As a parent, you can refer your child for a free school district screening or evaluation – you do not need to have a doctor’s referral. When you call your school district’s Child Find line, you will be asked to explain your concerns. Next, you’ll set up an appointment to get a free evaluation (if your child is younger than 3) or a free screening (if your child is 3-5 years of age). The screening for kids ages 3-5 is about an hour in length, but leave extra time because sometimes there is a wait and sometimes children need time to warm up to the testers. Your child will do a few simple tasks for each of the professionals they work with – a speech-language pathologist, an occupational therapist (for motor concerns), and an educator/social worker/school psychologist. They will have their vision and hearing checked as well. If this quick screening suggests the need for a full evaluation, you can schedule that (again, at no cost to you).
A few comments as a mom – I heard rumors about long waiting lists to get in for these screenings and evaluations. As of 2017 the office reported that they try to do screenings within a month of when you call and evaluations within 2 months of your call. As a mom, I also wondered how they would give the feedback – would my child hear what they were saying about him? Would I be able to really listen as they spoke to me or would I be stressed out trying to keep my son busy and quiet? Feedback on a screening or a 0-3 evaluation is given right away, often with the child in the room. So you may want to bring things to keep your child busy. For evaluation results for 3-5 year old children, a separate meeting is held to share the results. You are asked to come without your child for that feedback session (though if you need to bring your child, you can). I also wondered who would work with us for the full evaluation – it depends on your concerns, but typically those involved will include a speech-language pathologist, an occupational therapist, a school psychologist and an early childhood special education teacher. For screenings, fewer people are involved and they are the professionals whose areas of expertise match the concerns you mentioned in your intake call.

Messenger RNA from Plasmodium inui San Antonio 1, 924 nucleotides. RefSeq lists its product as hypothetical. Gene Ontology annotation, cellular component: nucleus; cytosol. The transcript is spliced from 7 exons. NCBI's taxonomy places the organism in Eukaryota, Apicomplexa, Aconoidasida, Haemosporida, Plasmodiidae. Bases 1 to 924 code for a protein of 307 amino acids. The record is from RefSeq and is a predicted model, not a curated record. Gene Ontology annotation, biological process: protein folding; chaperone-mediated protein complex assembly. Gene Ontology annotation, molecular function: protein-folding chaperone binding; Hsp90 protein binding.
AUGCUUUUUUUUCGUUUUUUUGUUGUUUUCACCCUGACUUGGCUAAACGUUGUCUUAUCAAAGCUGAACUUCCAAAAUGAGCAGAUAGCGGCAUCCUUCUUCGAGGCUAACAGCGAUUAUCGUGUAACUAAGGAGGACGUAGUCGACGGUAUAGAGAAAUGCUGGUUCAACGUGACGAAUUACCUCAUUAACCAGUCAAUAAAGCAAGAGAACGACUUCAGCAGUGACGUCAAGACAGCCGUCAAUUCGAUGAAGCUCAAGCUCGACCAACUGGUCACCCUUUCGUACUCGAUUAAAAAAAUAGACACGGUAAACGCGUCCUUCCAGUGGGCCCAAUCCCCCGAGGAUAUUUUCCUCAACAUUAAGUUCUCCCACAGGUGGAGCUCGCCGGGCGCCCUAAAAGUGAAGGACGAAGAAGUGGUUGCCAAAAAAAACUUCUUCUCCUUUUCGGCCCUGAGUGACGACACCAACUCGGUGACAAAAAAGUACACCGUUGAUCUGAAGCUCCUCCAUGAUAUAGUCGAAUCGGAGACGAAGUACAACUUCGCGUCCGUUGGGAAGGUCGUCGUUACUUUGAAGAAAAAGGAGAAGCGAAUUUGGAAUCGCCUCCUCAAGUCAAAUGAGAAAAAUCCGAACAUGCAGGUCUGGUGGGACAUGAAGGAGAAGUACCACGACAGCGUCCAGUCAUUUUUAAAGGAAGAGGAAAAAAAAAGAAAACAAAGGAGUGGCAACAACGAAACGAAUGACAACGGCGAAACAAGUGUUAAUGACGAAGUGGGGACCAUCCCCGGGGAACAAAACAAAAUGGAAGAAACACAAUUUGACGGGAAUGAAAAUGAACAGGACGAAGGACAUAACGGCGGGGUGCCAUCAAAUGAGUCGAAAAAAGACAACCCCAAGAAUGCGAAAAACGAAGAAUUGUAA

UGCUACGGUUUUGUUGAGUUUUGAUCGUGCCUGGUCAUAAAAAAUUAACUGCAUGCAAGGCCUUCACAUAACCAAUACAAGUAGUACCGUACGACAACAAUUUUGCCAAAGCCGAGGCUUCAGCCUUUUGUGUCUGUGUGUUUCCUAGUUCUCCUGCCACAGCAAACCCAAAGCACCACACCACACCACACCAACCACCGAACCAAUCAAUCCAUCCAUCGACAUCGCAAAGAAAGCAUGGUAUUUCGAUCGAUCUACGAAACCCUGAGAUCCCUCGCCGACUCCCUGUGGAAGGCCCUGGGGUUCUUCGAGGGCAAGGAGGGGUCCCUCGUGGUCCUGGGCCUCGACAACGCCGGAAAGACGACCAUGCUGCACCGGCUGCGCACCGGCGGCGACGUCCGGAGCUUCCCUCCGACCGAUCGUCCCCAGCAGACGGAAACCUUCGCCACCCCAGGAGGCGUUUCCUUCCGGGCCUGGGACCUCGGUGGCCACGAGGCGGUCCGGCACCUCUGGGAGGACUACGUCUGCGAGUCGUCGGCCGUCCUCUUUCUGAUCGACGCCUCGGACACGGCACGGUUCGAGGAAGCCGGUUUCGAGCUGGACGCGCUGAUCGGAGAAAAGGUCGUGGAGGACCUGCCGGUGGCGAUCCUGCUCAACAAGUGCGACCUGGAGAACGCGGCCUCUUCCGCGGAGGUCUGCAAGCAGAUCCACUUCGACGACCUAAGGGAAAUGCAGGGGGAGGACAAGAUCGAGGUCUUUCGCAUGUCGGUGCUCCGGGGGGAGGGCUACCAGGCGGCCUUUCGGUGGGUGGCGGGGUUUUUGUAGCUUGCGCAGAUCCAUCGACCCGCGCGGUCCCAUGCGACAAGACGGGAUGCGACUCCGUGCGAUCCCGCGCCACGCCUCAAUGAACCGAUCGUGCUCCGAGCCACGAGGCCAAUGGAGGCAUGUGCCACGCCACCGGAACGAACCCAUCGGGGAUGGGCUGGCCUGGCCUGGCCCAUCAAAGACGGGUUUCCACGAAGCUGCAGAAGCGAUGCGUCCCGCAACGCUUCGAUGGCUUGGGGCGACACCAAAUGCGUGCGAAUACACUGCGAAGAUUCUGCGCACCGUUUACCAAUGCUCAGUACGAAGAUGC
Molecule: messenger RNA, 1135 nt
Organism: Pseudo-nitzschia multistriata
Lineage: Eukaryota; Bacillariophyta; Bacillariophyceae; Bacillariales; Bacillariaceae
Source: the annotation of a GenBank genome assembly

Step 2: Bring all helpful information to the screening/evaluation.